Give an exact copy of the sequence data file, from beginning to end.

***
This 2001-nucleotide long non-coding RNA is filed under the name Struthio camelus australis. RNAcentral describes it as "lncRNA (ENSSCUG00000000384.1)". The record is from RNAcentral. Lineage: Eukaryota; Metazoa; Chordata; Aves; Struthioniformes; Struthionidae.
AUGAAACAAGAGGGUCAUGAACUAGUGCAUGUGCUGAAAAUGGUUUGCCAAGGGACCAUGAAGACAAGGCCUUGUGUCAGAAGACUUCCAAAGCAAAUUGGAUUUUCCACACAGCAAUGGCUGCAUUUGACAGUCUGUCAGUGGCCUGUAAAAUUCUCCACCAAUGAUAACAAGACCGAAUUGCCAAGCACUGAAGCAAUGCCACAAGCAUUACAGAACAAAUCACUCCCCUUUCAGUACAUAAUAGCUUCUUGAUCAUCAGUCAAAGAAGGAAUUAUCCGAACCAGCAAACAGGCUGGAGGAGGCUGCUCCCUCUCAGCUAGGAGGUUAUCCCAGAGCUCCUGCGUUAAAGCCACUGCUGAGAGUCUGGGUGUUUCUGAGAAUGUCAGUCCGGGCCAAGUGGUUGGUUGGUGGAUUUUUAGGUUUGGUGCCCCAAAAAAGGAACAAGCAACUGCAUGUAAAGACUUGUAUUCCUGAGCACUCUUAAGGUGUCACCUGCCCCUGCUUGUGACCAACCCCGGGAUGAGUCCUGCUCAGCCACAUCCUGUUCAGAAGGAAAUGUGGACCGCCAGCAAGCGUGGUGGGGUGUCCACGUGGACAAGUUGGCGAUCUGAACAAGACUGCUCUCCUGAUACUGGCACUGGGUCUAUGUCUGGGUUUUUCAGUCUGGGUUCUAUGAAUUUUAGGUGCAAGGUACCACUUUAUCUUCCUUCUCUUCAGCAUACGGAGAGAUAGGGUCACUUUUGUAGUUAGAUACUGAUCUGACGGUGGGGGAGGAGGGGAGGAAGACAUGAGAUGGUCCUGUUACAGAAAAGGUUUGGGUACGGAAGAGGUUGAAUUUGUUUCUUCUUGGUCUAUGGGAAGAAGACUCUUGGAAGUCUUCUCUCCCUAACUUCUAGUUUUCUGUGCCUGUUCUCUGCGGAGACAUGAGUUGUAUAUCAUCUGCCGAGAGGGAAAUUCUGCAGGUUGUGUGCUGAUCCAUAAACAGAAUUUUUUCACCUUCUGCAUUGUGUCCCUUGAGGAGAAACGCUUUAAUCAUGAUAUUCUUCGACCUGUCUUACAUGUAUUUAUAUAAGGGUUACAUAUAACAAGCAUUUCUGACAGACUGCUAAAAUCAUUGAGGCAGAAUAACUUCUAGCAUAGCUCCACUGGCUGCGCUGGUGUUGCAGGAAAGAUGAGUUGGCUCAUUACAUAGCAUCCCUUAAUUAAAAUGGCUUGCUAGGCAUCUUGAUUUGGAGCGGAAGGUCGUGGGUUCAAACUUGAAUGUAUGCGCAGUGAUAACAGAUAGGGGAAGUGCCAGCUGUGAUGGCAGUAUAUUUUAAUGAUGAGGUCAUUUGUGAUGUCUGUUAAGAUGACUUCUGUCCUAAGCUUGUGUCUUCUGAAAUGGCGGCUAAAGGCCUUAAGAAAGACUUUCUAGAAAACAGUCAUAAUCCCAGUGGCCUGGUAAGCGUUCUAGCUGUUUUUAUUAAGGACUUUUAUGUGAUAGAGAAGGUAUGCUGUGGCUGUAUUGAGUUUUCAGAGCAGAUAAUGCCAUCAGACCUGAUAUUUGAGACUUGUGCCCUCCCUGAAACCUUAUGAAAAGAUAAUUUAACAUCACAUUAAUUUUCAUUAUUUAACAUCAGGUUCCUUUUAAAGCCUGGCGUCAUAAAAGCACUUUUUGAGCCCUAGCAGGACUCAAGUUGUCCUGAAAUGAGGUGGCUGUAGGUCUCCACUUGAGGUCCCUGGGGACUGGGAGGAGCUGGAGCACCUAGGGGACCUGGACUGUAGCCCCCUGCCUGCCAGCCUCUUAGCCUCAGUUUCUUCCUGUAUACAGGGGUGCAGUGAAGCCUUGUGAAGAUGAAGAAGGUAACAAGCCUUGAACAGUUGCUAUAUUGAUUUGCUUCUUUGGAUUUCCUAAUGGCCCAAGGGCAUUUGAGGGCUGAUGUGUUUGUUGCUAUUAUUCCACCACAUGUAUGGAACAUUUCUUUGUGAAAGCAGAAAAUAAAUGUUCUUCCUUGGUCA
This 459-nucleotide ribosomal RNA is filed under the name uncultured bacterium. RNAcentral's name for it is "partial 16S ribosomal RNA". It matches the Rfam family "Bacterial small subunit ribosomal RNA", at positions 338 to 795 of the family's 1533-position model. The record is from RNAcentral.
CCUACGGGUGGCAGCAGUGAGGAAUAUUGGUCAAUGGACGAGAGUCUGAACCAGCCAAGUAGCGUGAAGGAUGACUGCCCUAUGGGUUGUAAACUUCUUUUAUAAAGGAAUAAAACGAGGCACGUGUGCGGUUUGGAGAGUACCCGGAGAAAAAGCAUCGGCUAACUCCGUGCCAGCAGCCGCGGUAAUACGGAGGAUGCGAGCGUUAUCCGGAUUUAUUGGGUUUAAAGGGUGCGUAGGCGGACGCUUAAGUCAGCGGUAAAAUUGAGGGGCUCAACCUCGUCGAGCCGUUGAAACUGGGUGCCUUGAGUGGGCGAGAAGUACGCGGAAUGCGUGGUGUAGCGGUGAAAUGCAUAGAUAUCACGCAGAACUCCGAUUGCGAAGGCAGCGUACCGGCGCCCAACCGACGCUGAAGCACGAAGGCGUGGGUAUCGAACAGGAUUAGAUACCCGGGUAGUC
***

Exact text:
This 2001-nucleotide long non-coding RNA is filed under the name Struthio camelus australis. RNAcentral describes it as "lncRNA (ENSSCUG00000000384.1)". The record is from RNAcentral. Lineage: Eukaryota; Metazoa; Chordata; Aves; Struthioniformes; Struthionidae.
AUGAAACAAGAGGGUCAUGAACUAGUGCAUGUGCUGAAAAUGGUUUGCCAAGGGACCAUGAAGACAAGGCCUUGUGUCAGAAGACUUCCAAAGCAAAUUGGAUUUUCCACACAGCAAUGGCUGCAUUUGACAGUCUGUCAGUGGCCUGUAAAAUUCUCCACCAAUGAUAACAAGACCGAAUUGCCAAGCACUGAAGCAAUGCCACAAGCAUUACAGAACAAAUCACUCCCCUUUCAGUACAUAAUAGCUUCUUGAUCAUCAGUCAAAGAAGGAAUUAUCCGAACCAGCAAACAGGCUGGAGGAGGCUGCUCCCUCUCAGCUAGGAGGUUAUCCCAGAGCUCCUGCGUUAAAGCCACUGCUGAGAGUCUGGGUGUUUCUGAGAAUGUCAGUCCGGGCCAAGUGGUUGGUUGGUGGAUUUUUAGGUUUGGUGCCCCAAAAAAGGAACAAGCAACUGCAUGUAAAGACUUGUAUUCCUGAGCACUCUUAAGGUGUCACCUGCCCCUGCUUGUGACCAACCCCGGGAUGAGUCCUGCUCAGCCACAUCCUGUUCAGAAGGAAAUGUGGACCGCCAGCAAGCGUGGUGGGGUGUCCACGUGGACAAGUUGGCGAUCUGAACAAGACUGCUCUCCUGAUACUGGCACUGGGUCUAUGUCUGGGUUUUUCAGUCUGGGUUCUAUGAAUUUUAGGUGCAAGGUACCACUUUAUCUUCCUUCUCUUCAGCAUACGGAGAGAUAGGGUCACUUUUGUAGUUAGAUACUGAUCUGACGGUGGGGGAGGAGGGGAGGAAGACAUGAGAUGGUCCUGUUACAGAAAAGGUUUGGGUACGGAAGAGGUUGAAUUUGUUUCUUCUUGGUCUAUGGGAAGAAGACUCUUGGAAGUCUUCUCUCCCUAACUUCUAGUUUUCUGUGCCUGUUCUCUGCGGAGACAUGAGUUGUAUAUCAUCUGCCGAGAGGGAAAUUCUGCAGGUUGUGUGCUGAUCCAUAAACAGAAUUUUUUCACCUUCUGCAUUGUGUCCCUUGAGGAGAAACGCUUUAAUCAUGAUAUUCUUCGACCUGUCUUACAUGUAUUUAUAUAAGGGUUACAUAUAACAAGCAUUUCUGACAGACUGCUAAAAUCAUUGAGGCAGAAUAACUUCUAGCAUAGCUCCACUGGCUGCGCUGGUGUUGCAGGAAAGAUGAGUUGGCUCAUUACAUAGCAUCCCUUAAUUAAAAUGGCUUGCUAGGCAUCUUGAUUUGGAGCGGAAGGUCGUGGGUUCAAACUUGAAUGUAUGCGCAGUGAUAACAGAUAGGGGAAGUGCCAGCUGUGAUGGCAGUAUAUUUUAAUGAUGAGGUCAUUUGUGAUGUCUGUUAAGAUGACUUCUGUCCUAAGCUUGUGUCUUCUGAAAUGGCGGCUAAAGGCCUUAAGAAAGACUUUCUAGAAAACAGUCAUAAUCCCAGUGGCCUGGUAAGCGUUCUAGCUGUUUUUAUUAAGGACUUUUAUGUGAUAGAGAAGGUAUGCUGUGGCUGUAUUGAGUUUUCAGAGCAGAUAAUGCCAUCAGACCUGAUAUUUGAGACUUGUGCCCUCCCUGAAACCUUAUGAAAAGAUAAUUUAACAUCACAUUAAUUUUCAUUAUUUAACAUCAGGUUCCUUUUAAAGCCUGGCGUCAUAAAAGCACUUUUUGAGCCCUAGCAGGACUCAAGUUGUCCUGAAAUGAGGUGGCUGUAGGUCUCCACUUGAGGUCCCUGGGGACUGGGAGGAGCUGGAGCACCUAGGGGACCUGGACUGUAGCCCCCUGCCUGCCAGCCUCUUAGCCUCAGUUUCUUCCUGUAUACAGGGGUGCAGUGAAGCCUUGUGAAGAUGAAGAAGGUAACAAGCCUUGAACAGUUGCUAUAUUGAUUUGCUUCUUUGGAUUUCCUAAUGGCCCAAGGGCAUUUGAGGGCUGAUGUGUUUGUUGCUAUUAUUCCACCACAUGUAUGGAACAUUUCUUUGUGAAAGCAGAAAAUAAAUGUUCUUCCUUGGUCA
This 459-nucleotide ribosomal RNA is filed under the name uncultured bacterium. RNAcentral's name for it is "partial 16S ribosomal RNA". It matches the Rfam family "Bacterial small subunit ribosomal RNA", at positions 338 to 795 of the family's 1533-position model. The record is from RNAcentral.
CCUACGGGUGGCAGCAGUGAGGAAUAUUGGUCAAUGGACGAGAGUCUGAACCAGCCAAGUAGCGUGAAGGAUGACUGCCCUAUGGGUUGUAAACUUCUUUUAUAAAGGAAUAAAACGAGGCACGUGUGCGGUUUGGAGAGUACCCGGAGAAAAAGCAUCGGCUAACUCCGUGCCAGCAGCCGCGGUAAUACGGAGGAUGCGAGCGUUAUCCGGAUUUAUUGGGUUUAAAGGGUGCGUAGGCGGACGCUUAAGUCAGCGGUAAAAUUGAGGGGCUCAACCUCGUCGAGCCGUUGAAACUGGGUGCCUUGAGUGGGCGAGAAGUACGCGGAAUGCGUGGUGUAGCGGUGAAAUGCAUAGAUAUCACGCAGAACUCCGAUUGCGAAGGCAGCGUACCGGCGCCCAACCGACGCUGAAGCACGAAGGCGUGGGUAUCGAACAGGAUUAGAUACCCGGGUAGUC